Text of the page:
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Sunday 25 March 2018

Egyptian opposition coalition calls for boycott of March vote

The group said the handling of the vote by authorities is dictatorial, and branded the poll which means an assured victory for Abdel-Fattah el-Sissi as “absurd”.

A supporter holds a poster showing President Abdel-Fattah el-Sissi (AP)
A supporter holds a poster showing President Abdel-Fattah el-Sissi (AP)

By Hamza Hendawi

A coalition of eight Egyptian opposition parties and 150 pro-democracy public figures have urged voters to boycott the March presidential election, saying it amounts to “absurdity bordering on madness”.

The group argues that the handling of the vote by authorities resembled “old and crude dictatorships”.

The incumbent, general-turned-president Abdel-Fattah el-Sissi, is virtually certain to win a second, four-year term in the March 26-28 vote, sweeping aside a little-known candidate whose last-minute participation in the poll spared the government the embarrassment of a single-candidate election.

The call for a boycott by the Civilian Democratic Movement came just days after five opposition figures, including a 2012 presidential candidate and two top campaign aides for presidential hopeful Sami Annan, called on voters to stay away from ballot boxes and on Egyptians not to recognise the vote’s outcome.

Egypt’s President Abdel-Fattah el-Sissi is virtually assured of a second term (AP)

The ideology of the eight parties is rooted in the 2011 uprising that toppled the 29-year regime of autocrat Hosni Mubarak. They also supported the massive June 2013 protests against Islamist President Mohammed Morsi, which paved the way for the military’s removal of him the following month.

Now, they and others are sidelined by Mr el-Sissi, who has in the last four years focused on containing an insurgency by Islamic militants and reviving a battered economy, while overseeing one of the largest crackdowns against dissent in the country’s living memory.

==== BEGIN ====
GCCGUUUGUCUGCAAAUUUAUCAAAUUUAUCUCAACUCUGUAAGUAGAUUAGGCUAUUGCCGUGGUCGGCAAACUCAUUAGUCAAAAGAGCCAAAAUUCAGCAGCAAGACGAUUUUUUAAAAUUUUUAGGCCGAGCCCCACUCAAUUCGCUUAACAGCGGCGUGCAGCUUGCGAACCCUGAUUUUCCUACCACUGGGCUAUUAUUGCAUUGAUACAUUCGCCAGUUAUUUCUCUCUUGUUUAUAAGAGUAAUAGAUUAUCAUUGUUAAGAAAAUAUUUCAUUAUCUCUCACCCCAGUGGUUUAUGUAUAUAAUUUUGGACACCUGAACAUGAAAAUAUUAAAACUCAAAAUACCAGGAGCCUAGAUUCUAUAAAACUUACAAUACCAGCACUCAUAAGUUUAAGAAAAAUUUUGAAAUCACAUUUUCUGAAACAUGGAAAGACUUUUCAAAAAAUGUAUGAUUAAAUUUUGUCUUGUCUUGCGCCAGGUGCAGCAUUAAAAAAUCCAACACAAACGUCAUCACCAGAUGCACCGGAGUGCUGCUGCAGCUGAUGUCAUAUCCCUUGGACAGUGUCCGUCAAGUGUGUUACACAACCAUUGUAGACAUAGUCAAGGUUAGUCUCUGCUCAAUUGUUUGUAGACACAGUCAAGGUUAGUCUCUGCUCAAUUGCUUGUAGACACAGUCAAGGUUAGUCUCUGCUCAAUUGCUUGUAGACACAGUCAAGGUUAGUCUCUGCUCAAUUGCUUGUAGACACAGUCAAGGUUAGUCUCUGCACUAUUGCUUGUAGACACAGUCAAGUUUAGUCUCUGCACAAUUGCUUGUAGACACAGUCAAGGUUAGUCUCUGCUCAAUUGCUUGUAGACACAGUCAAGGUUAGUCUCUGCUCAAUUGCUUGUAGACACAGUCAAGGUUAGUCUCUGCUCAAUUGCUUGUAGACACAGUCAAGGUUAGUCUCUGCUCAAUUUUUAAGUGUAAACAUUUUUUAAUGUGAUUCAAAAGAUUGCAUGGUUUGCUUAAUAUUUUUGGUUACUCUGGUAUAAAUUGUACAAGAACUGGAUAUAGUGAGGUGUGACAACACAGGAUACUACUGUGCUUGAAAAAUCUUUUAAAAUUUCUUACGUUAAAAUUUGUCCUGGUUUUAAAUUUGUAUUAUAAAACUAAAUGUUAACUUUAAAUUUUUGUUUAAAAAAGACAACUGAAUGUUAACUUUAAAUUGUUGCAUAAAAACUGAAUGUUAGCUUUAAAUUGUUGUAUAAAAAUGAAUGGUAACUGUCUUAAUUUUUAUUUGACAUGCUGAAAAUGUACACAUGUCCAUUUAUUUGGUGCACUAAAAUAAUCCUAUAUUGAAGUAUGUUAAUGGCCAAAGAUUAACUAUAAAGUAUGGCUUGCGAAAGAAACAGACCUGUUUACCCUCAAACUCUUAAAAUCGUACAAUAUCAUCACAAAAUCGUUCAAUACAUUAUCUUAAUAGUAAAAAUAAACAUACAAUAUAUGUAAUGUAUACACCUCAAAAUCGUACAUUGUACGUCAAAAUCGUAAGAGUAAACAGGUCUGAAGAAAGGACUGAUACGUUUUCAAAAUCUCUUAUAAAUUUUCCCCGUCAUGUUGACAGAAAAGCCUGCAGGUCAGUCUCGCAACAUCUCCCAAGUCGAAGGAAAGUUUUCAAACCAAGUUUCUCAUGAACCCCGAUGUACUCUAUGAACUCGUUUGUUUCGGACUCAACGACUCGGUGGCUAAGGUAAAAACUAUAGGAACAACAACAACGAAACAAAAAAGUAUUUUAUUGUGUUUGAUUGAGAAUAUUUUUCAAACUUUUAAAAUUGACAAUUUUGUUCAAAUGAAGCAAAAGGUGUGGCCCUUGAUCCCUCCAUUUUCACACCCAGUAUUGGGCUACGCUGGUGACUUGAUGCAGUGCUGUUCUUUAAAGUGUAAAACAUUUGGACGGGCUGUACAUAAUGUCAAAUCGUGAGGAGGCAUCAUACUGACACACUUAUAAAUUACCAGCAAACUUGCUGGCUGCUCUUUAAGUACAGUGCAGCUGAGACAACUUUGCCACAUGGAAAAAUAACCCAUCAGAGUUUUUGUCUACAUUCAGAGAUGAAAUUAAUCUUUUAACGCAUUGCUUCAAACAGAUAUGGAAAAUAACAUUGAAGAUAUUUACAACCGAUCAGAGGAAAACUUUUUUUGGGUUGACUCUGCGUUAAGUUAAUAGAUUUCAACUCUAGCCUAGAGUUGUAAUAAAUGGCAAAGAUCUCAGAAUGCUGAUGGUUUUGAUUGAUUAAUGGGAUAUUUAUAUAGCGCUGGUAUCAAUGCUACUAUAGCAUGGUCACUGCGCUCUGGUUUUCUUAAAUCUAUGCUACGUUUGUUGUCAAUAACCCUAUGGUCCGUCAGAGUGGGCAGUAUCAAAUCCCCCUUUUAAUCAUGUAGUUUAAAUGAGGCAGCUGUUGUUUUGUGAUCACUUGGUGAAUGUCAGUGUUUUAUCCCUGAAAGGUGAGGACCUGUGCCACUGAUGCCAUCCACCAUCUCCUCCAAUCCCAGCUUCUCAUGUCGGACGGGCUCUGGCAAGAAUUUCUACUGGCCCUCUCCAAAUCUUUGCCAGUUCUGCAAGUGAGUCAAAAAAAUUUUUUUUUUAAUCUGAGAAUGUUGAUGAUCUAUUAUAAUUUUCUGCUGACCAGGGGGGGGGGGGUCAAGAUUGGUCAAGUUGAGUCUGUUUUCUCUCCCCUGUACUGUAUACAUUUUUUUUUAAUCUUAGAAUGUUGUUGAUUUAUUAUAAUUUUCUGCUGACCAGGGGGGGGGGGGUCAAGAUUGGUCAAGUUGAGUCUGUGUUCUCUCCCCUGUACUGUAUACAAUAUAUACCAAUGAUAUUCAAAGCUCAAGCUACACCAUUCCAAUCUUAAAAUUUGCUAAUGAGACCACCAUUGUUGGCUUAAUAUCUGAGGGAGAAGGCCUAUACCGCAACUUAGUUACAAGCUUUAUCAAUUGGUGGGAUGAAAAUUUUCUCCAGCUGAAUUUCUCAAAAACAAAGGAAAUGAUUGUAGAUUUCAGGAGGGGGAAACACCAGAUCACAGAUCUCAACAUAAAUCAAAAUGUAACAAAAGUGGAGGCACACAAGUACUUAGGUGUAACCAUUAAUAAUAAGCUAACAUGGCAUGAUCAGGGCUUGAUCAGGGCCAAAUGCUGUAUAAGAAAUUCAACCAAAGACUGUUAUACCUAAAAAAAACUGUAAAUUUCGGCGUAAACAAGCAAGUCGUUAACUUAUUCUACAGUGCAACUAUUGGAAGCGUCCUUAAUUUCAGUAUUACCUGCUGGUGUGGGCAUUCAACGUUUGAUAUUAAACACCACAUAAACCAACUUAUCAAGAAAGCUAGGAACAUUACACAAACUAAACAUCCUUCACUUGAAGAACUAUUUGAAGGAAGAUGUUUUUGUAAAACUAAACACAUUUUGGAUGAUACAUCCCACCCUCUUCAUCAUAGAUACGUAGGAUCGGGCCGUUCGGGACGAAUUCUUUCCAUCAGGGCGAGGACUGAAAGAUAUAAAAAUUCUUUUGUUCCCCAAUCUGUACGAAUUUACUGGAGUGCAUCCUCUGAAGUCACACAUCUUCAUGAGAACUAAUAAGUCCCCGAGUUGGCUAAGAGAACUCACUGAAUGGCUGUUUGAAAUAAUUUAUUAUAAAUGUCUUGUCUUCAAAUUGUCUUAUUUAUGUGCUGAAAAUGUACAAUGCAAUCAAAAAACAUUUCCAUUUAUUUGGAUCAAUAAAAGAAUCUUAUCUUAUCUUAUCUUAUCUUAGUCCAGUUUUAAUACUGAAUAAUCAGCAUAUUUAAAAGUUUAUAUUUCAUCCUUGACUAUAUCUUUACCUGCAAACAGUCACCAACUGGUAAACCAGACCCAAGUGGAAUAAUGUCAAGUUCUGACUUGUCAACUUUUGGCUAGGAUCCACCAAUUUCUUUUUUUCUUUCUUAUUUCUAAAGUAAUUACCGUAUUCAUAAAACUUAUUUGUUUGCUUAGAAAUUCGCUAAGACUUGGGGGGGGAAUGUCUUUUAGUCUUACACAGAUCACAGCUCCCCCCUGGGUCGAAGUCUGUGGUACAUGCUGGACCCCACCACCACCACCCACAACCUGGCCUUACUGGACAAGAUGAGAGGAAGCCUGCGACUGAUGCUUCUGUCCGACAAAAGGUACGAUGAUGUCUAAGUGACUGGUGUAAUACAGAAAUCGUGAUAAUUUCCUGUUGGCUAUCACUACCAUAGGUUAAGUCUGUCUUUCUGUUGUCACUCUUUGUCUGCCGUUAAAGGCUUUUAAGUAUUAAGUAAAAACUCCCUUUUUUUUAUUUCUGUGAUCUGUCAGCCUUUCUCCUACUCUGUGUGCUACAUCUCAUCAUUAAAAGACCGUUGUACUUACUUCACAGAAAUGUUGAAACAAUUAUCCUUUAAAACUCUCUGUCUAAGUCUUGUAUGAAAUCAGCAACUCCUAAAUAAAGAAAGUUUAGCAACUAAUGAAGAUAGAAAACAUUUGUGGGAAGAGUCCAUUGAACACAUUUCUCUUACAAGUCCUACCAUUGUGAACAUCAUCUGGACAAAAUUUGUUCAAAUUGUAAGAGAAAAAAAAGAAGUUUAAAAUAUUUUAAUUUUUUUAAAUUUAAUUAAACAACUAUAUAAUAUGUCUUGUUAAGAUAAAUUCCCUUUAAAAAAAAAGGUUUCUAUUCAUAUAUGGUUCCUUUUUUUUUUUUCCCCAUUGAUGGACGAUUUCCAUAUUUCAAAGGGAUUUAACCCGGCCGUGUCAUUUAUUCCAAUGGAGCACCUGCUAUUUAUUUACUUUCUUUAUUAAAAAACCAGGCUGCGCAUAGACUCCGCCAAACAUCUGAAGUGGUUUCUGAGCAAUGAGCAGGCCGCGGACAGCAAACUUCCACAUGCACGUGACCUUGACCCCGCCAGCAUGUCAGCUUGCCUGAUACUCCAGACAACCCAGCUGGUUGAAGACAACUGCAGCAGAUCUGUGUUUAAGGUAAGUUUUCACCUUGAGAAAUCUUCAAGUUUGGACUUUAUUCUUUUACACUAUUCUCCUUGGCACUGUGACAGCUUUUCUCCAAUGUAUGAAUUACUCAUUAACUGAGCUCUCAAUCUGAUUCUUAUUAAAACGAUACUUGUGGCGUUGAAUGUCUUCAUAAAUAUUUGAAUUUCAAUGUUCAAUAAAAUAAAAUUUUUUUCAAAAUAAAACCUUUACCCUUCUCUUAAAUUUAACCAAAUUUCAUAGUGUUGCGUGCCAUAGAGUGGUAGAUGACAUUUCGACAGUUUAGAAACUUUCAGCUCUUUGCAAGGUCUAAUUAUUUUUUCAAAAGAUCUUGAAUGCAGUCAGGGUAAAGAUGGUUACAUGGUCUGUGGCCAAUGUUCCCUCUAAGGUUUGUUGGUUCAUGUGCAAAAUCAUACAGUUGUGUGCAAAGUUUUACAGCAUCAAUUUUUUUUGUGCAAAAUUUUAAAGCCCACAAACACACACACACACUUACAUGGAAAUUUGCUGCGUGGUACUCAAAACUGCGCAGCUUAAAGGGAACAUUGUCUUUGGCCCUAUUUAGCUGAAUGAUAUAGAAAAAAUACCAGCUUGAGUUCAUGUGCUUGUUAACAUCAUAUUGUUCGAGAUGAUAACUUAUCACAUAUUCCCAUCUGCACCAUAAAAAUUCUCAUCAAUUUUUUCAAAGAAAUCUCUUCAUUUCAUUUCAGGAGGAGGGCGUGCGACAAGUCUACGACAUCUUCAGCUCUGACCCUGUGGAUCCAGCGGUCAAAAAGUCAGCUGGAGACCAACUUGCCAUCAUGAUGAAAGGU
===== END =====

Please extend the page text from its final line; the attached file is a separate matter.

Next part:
The parties have limited support on the ground, in large part due to restrictions on their activities placed by security agencies.

Their call for a boycott, however, carries symbolic significance and could invite protest votes by the many Egyptians victimised by the soaring prices caused by el-Sissi’s ambitious economic reforms, or encourage voters to stay home, an easy option given that the incumbent is certain to retain his job until 2022.

Presidential candidate Moussa Osman Moussa of the Ghad, or Tomorrow, party (AP)

The parties said their young members came up with the slogan “stay home” for their boycott campaign.

Speakers for the parties did not say what they intend to do to make their call for a boycott effective, but they are helped by the country’s track record of extremely low turnout for referendums or elections whose outcome is a foregone conclusion. Mr el-Sissi, for his part, has in recent weeks repeatedly urged Egypt’s estimated 60 million registered voters to cast their ballots, suggesting that he needs a high turnout to grant credibility to the poll.

After a string of would-be challengers were arrested, forced out or quit the race, the prospect of a one-candidate election had cast a cloud over the election. Moussa Mustafa Moussa, a little-known politician and a staunch supporter of Mr el-Sissi, submitted his documents to be a would-be candidate on Monday, just minutes before the election commission’s deadline.

Mr Moussa is the leader of the Ghad, or Tomorrow, party, which does not have a single seat in parliament.

Press Association

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